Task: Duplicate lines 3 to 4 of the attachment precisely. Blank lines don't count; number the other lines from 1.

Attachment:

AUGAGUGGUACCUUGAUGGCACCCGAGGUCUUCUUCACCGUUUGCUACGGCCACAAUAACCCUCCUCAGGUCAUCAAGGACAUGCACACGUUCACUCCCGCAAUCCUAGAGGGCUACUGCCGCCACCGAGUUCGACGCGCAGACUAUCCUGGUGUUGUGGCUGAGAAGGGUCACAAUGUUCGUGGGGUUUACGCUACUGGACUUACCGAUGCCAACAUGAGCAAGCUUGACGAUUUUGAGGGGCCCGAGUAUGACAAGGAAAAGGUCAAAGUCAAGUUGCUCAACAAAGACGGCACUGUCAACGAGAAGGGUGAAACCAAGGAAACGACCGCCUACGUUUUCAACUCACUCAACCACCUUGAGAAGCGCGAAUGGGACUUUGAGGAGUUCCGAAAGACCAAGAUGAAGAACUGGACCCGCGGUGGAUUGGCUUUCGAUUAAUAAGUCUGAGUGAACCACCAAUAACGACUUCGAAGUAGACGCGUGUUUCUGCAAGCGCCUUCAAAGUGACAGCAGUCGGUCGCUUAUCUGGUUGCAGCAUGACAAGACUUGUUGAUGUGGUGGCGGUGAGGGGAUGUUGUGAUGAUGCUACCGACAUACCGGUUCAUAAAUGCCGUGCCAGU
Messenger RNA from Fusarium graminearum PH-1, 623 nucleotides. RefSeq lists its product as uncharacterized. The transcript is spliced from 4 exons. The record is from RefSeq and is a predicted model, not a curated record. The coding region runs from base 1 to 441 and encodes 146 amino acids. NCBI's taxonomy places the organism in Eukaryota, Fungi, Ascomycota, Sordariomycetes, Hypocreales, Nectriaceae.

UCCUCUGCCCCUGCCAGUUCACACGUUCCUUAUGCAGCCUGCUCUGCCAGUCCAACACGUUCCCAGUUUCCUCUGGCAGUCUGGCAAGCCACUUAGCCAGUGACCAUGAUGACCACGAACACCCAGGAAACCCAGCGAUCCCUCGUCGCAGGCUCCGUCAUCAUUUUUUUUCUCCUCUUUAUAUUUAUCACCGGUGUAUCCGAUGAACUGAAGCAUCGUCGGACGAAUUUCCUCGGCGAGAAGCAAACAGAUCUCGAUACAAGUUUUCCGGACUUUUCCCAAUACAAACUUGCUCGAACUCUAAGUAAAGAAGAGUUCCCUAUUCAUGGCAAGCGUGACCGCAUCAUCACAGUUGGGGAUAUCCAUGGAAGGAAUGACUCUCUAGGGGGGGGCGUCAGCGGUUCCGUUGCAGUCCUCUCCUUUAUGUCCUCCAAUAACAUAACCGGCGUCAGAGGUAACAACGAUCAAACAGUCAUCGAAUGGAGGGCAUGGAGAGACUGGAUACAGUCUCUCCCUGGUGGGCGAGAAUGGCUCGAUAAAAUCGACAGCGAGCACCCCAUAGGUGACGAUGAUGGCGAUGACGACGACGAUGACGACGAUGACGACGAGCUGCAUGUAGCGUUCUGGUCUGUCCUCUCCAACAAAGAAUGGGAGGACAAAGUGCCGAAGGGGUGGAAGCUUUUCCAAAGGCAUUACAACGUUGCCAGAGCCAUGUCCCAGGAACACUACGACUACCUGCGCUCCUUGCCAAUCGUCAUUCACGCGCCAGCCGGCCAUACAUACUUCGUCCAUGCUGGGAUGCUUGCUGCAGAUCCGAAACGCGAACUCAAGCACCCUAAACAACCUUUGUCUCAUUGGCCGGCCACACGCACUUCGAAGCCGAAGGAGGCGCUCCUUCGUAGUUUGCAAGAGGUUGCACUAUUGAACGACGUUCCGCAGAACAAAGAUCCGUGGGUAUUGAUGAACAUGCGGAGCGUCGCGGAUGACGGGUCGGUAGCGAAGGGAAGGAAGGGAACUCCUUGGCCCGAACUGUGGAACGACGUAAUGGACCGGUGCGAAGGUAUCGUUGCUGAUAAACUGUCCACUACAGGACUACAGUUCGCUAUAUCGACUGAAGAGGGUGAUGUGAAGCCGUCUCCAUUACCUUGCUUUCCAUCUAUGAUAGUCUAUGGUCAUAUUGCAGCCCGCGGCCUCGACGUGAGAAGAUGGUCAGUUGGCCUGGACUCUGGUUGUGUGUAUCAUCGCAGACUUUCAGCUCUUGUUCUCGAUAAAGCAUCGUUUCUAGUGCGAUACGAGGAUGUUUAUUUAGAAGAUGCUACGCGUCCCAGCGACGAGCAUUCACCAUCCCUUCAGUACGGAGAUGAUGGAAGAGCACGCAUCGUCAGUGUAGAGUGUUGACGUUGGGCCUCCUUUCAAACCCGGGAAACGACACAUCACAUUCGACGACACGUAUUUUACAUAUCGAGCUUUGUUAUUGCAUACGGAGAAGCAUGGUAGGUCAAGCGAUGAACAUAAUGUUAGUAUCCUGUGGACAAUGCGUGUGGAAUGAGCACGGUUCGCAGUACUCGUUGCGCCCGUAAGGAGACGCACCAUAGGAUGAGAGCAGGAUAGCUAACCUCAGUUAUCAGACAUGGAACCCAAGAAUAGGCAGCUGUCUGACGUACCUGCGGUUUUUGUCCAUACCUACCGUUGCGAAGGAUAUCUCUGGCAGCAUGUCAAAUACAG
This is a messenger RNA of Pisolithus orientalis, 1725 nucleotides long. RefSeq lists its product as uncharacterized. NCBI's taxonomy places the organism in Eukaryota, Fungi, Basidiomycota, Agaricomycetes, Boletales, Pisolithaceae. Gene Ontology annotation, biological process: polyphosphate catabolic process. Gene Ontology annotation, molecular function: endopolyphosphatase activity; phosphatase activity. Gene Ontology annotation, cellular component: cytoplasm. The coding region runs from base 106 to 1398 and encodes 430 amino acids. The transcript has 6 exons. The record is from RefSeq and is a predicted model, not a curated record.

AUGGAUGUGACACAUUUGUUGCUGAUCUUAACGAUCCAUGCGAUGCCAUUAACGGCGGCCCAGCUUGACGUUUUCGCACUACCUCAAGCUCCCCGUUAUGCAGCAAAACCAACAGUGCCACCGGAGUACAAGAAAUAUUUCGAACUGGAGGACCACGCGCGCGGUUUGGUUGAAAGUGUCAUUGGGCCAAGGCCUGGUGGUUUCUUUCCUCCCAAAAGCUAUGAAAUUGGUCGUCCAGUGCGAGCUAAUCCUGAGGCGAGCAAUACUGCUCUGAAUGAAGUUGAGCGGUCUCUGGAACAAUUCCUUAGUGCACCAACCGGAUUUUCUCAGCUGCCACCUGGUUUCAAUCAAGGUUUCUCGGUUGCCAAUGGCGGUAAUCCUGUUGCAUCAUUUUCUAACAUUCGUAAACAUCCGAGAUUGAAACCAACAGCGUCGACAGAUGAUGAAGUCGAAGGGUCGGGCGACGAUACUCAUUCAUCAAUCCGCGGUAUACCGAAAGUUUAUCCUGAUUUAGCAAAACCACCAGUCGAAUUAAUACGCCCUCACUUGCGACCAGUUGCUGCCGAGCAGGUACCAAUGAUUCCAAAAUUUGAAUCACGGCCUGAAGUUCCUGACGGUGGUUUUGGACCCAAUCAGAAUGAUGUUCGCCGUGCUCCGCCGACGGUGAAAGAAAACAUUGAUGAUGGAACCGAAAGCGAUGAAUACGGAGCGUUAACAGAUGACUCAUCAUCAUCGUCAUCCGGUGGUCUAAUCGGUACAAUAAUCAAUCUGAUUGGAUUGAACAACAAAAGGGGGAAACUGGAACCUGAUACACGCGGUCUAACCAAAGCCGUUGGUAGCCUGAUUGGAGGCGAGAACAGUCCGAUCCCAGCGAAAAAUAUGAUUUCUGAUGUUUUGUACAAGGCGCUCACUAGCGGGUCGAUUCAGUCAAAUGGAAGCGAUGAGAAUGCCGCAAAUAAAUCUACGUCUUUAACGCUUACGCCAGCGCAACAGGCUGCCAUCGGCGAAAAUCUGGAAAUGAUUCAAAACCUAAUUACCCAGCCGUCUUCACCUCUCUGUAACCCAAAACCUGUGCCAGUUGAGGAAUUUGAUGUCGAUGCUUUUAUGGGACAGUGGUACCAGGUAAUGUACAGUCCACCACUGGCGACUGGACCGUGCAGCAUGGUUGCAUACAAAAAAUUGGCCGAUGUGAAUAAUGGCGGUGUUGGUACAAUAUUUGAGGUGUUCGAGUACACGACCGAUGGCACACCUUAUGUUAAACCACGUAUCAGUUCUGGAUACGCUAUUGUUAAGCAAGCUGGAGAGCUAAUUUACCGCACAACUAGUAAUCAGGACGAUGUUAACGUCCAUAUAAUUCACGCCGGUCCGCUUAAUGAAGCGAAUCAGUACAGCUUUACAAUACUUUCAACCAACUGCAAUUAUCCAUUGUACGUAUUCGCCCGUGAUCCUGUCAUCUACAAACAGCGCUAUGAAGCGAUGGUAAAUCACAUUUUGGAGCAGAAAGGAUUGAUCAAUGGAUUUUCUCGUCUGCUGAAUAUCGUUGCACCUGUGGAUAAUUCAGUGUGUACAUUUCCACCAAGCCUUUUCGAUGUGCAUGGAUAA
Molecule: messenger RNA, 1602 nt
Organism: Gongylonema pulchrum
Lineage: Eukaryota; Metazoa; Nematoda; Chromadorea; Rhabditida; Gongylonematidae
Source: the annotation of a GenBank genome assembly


UCCUCUGCCCCUGCCAGUUCACACGUUCCUUAUGCAGCCUGCUCUGCCAGUCCAACACGUUCCCAGUUUCCUCUGGCAGUCUGGCAAGCCACUUAGCCAGUGACCAUGAUGACCACGAACACCCAGGAAACCCAGCGAUCCCUCGUCGCAGGCUCCGUCAUCAUUUUUUUUCUCCUCUUUAUAUUUAUCACCGGUGUAUCCGAUGAACUGAAGCAUCGUCGGACGAAUUUCCUCGGCGAGAAGCAAACAGAUCUCGAUACAAGUUUUCCGGACUUUUCCCAAUACAAACUUGCUCGAACUCUAAGUAAAGAAGAGUUCCCUAUUCAUGGCAAGCGUGACCGCAUCAUCACAGUUGGGGAUAUCCAUGGAAGGAAUGACUCUCUAGGGGGGGGCGUCAGCGGUUCCGUUGCAGUCCUCUCCUUUAUGUCCUCCAAUAACAUAACCGGCGUCAGAGGUAACAACGAUCAAACAGUCAUCGAAUGGAGGGCAUGGAGAGACUGGAUACAGUCUCUCCCUGGUGGGCGAGAAUGGCUCGAUAAAAUCGACAGCGAGCACCCCAUAGGUGACGAUGAUGGCGAUGACGACGACGAUGACGACGAUGACGACGAGCUGCAUGUAGCGUUCUGGUCUGUCCUCUCCAACAAAGAAUGGGAGGACAAAGUGCCGAAGGGGUGGAAGCUUUUCCAAAGGCAUUACAACGUUGCCAGAGCCAUGUCCCAGGAACACUACGACUACCUGCGCUCCUUGCCAAUCGUCAUUCACGCGCCAGCCGGCCAUACAUACUUCGUCCAUGCUGGGAUGCUUGCUGCAGAUCCGAAACGCGAACUCAAGCACCCUAAACAACCUUUGUCUCAUUGGCCGGCCACACGCACUUCGAAGCCGAAGGAGGCGCUCCUUCGUAGUUUGCAAGAGGUUGCACUAUUGAACGACGUUCCGCAGAACAAAGAUCCGUGGGUAUUGAUGAACAUGCGGAGCGUCGCGGAUGACGGGUCGGUAGCGAAGGGAAGGAAGGGAACUCCUUGGCCCGAACUGUGGAACGACGUAAUGGACCGGUGCGAAGGUAUCGUUGCUGAUAAACUGUCCACUACAGGACUACAGUUCGCUAUAUCGACUGAAGAGGGUGAUGUGAAGCCGUCUCCAUUACCUUGCUUUCCAUCUAUGAUAGUCUAUGGUCAUAUUGCAGCCCGCGGCCUCGACGUGAGAAGAUGGUCAGUUGGCCUGGACUCUGGUUGUGUGUAUCAUCGCAGACUUUCAGCUCUUGUUCUCGAUAAAGCAUCGUUUCUAGUGCGAUACGAGGAUGUUUAUUUAGAAGAUGCUACGCGUCCCAGCGACGAGCAUUCACCAUCCCUUCAGUACGGAGAUGAUGGAAGAGCACGCAUCGUCAGUGUAGAGUGUUGACGUUGGGCCUCCUUUCAAACCCGGGAAACGACACAUCACAUUCGACGACACGUAUUUUACAUAUCGAGCUUUGUUAUUGCAUACGGAGAAGCAUGGUAGGUCAAGCGAUGAACAUAAUGUUAGUAUCCUGUGGACAAUGCGUGUGGAAUGAGCACGGUUCGCAGUACUCGUUGCGCCCGUAAGGAGACGCACCAUAGGAUGAGAGCAGGAUAGCUAACCUCAGUUAUCAGACAUGGAACCCAAGAAUAGGCAGCUGUCUGACGUACCUGCGGUUUUUGUCCAUACCUACCGUUGCGAAGGAUAUCUCUGGCAGCAUGUCAAAUACAG
This is a messenger RNA of Pisolithus orientalis, 1725 nucleotides long. RefSeq lists its product as uncharacterized. NCBI's taxonomy places the organism in Eukaryota, Fungi, Basidiomycota, Agaricomycetes, Boletales, Pisolithaceae. Gene Ontology annotation, biological process: polyphosphate catabolic process. Gene Ontology annotation, molecular function: endopolyphosphatase activity; phosphatase activity. Gene Ontology annotation, cellular component: cytoplasm. The coding region runs from base 106 to 1398 and encodes 430 amino acids. The transcript has 6 exons. The record is from RefSeq and is a predicted model, not a curated record.